Date: 10-12 December 2018
Conveners: Katie Holmes (La Trobe University), Ruth Morgan (Monash University / RCC)
Location: Melbourne, Australia

Gender remains an under-developed area of inquiry in environmental history. Despite Carolyn Merchant’s provocative 1990 article on gender and environment in the Journal of American History, little has happened to address this fact. The July 2017 European Society for Environmental History conference hosted one single panel on gender and environmental history; presentations in the area at the American Society for Environmental History were similarly sparse, and subsequent discussions on social media confirm that few environmental historians have considered the implications of a gendered analysis for understanding environmental change .

This workshop aims to bring together scholars working in this area in order to advance the study of gender in environmental history. We hope to attract submissions which cover a range of time periods and diverse geographical areas. Furthermore, we hope that participants will engage with some of the theoretical challenges of gendering environmental history. A selection of submissions will be published in a special issue of Environment and History on the theme of gender and environmental history.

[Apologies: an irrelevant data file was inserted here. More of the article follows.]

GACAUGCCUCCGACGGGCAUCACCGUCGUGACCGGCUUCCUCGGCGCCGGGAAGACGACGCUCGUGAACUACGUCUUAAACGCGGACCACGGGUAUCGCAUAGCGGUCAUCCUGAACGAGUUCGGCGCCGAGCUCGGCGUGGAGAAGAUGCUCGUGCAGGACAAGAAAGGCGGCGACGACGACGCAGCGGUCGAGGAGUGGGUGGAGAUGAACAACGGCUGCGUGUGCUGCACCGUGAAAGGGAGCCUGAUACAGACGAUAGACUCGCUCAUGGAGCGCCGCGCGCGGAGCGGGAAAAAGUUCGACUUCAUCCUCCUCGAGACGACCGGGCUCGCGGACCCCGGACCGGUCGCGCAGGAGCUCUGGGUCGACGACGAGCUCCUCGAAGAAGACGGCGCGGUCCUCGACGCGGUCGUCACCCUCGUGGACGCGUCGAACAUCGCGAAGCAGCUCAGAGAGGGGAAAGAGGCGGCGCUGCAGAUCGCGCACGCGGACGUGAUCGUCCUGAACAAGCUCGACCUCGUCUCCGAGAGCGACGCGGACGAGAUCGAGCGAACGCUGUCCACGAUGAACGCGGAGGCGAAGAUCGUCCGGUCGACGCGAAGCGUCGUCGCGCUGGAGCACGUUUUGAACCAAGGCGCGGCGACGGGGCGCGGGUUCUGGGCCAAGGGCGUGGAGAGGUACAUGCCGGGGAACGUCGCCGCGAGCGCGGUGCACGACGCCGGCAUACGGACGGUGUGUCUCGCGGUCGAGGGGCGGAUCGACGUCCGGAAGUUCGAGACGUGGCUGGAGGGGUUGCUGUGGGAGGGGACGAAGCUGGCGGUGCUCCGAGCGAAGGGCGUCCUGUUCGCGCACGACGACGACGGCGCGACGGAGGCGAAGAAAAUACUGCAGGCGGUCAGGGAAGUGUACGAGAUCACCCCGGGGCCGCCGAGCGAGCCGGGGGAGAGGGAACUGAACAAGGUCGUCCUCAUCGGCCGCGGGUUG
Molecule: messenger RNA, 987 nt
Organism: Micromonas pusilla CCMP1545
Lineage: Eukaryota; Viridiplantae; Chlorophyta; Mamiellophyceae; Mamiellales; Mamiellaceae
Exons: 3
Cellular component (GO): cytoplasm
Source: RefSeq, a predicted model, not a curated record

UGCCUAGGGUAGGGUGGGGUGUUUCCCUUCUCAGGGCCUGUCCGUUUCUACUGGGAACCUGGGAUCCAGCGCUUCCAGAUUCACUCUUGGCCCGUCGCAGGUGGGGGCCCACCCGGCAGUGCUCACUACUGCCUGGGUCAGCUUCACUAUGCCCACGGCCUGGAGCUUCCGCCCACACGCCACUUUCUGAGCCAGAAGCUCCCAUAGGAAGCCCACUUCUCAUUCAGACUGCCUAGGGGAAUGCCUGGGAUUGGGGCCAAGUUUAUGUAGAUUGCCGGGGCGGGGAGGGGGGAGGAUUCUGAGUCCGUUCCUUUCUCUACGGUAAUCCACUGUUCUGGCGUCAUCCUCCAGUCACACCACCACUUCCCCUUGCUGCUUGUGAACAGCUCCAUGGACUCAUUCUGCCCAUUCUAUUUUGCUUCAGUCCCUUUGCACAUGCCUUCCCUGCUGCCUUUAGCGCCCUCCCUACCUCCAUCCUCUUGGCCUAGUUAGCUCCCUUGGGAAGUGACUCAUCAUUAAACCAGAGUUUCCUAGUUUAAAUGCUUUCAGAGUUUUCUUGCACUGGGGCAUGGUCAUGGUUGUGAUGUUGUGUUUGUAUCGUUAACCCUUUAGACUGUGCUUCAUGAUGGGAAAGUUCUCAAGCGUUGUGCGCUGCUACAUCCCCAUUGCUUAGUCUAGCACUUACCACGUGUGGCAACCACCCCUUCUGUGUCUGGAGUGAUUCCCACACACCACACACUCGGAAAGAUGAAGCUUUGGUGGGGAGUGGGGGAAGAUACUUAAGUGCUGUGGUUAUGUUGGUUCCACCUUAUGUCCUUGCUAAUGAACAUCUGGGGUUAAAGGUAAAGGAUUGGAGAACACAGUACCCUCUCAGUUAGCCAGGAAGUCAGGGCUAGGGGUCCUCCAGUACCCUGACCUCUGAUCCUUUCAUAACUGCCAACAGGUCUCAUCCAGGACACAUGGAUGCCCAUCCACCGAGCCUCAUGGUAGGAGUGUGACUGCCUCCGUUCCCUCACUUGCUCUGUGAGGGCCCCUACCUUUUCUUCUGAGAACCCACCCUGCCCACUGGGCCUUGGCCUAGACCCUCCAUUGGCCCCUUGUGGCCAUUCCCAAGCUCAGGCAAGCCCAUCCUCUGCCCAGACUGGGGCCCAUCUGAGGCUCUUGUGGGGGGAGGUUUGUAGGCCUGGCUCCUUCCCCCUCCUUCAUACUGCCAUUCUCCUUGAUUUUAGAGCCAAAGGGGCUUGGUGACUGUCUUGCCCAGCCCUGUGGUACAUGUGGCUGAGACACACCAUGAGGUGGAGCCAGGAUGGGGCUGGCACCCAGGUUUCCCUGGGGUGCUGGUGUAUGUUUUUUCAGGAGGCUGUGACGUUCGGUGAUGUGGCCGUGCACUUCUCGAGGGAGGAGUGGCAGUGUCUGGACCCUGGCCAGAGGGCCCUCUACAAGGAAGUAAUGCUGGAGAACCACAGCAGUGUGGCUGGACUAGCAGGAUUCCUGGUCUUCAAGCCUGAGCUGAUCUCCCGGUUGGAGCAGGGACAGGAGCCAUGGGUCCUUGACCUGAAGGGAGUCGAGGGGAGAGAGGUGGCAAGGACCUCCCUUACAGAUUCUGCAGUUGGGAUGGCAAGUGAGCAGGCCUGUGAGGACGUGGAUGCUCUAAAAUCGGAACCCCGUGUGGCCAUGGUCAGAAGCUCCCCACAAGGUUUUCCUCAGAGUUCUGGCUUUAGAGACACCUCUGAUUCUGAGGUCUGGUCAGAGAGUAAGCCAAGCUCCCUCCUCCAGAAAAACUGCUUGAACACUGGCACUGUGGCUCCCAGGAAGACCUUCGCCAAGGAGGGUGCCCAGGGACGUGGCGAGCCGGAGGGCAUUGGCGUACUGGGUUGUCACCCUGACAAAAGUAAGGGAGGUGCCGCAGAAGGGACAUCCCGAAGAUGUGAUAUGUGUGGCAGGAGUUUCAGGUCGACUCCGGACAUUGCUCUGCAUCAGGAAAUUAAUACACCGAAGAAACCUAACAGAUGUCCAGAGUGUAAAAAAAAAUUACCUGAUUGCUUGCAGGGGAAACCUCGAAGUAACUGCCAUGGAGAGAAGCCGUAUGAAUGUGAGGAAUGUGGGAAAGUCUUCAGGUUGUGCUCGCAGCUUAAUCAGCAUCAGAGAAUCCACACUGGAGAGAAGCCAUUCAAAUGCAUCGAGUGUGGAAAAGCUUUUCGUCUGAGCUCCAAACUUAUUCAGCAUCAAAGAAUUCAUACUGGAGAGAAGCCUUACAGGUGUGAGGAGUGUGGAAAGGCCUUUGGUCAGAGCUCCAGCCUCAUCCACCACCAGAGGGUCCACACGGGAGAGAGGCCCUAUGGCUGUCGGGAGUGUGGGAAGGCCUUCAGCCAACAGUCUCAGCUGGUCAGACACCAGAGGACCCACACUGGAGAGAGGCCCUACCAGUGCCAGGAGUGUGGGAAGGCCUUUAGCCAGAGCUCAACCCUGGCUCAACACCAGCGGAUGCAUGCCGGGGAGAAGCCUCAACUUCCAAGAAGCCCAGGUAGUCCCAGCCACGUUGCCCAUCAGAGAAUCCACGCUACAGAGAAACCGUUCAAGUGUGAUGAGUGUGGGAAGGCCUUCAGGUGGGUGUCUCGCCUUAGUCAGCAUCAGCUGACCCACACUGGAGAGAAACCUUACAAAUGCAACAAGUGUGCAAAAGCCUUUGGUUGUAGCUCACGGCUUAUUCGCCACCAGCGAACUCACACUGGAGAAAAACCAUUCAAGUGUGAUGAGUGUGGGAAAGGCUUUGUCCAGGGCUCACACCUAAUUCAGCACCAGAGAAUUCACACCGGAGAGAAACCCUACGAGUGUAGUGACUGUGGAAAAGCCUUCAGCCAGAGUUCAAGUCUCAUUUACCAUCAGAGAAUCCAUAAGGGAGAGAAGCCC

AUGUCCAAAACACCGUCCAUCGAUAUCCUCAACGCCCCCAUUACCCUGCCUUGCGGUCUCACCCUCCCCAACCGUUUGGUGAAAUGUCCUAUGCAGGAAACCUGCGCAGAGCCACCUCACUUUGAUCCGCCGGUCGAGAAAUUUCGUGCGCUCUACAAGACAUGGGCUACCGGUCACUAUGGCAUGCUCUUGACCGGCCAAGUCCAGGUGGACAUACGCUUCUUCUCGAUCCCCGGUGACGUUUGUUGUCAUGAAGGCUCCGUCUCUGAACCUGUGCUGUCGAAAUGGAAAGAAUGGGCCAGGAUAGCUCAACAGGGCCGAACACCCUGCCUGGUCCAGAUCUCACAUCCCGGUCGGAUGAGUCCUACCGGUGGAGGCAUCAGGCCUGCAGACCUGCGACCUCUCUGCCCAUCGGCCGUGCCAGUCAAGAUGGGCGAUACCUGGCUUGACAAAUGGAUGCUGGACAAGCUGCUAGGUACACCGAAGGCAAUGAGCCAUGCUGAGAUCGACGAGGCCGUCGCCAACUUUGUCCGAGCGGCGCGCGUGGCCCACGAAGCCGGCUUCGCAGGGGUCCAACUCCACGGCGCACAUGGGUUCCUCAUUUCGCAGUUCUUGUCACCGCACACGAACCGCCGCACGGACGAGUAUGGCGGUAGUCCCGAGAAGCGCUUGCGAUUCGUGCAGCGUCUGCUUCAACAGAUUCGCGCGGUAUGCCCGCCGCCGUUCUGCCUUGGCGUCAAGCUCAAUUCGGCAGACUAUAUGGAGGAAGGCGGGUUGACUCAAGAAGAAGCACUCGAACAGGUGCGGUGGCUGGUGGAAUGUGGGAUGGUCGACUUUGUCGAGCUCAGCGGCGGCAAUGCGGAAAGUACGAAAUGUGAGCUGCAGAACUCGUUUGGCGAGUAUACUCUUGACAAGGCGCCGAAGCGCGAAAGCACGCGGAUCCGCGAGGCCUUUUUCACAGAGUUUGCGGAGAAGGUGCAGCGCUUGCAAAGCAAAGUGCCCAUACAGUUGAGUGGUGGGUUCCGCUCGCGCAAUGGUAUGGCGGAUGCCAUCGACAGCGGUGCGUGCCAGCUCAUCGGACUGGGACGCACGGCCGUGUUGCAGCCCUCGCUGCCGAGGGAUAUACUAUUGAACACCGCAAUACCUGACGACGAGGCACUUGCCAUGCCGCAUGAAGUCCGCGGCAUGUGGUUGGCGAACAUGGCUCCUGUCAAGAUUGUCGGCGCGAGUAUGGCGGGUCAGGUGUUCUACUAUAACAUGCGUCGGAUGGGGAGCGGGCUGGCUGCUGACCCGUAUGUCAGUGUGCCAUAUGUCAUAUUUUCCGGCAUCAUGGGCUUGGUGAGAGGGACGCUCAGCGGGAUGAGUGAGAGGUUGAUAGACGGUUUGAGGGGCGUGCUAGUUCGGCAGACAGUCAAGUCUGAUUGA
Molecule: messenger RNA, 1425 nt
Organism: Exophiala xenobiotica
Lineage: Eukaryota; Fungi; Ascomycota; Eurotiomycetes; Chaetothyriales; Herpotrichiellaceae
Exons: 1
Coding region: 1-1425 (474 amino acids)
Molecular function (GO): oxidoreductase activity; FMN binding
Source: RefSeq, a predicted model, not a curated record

The workshop will be supported by the Rachel Carson Center for Environment and Society, La Trobe University’s Centre for the Study of the Inland, and Monash University. Some funding will be available to support travel. Please indicate if required.

Location: The workshop will begin in Melbourne and participants will travel to the rural city of Bendigo for the final day.

Process for Submission: Please send abstracts of 300 words outlining your topic and the contribution of your paper to the field of environmental history to both [email protected] and [email protected]. If accepted, your draft paper will need to be ready for circulation to participants on 1 November 2018.

The deadline for submissions is 15 February 2018.

Image: A girl holding two rabbits caught with the use of ferrets. Victoria c.1948. Museums Victoria.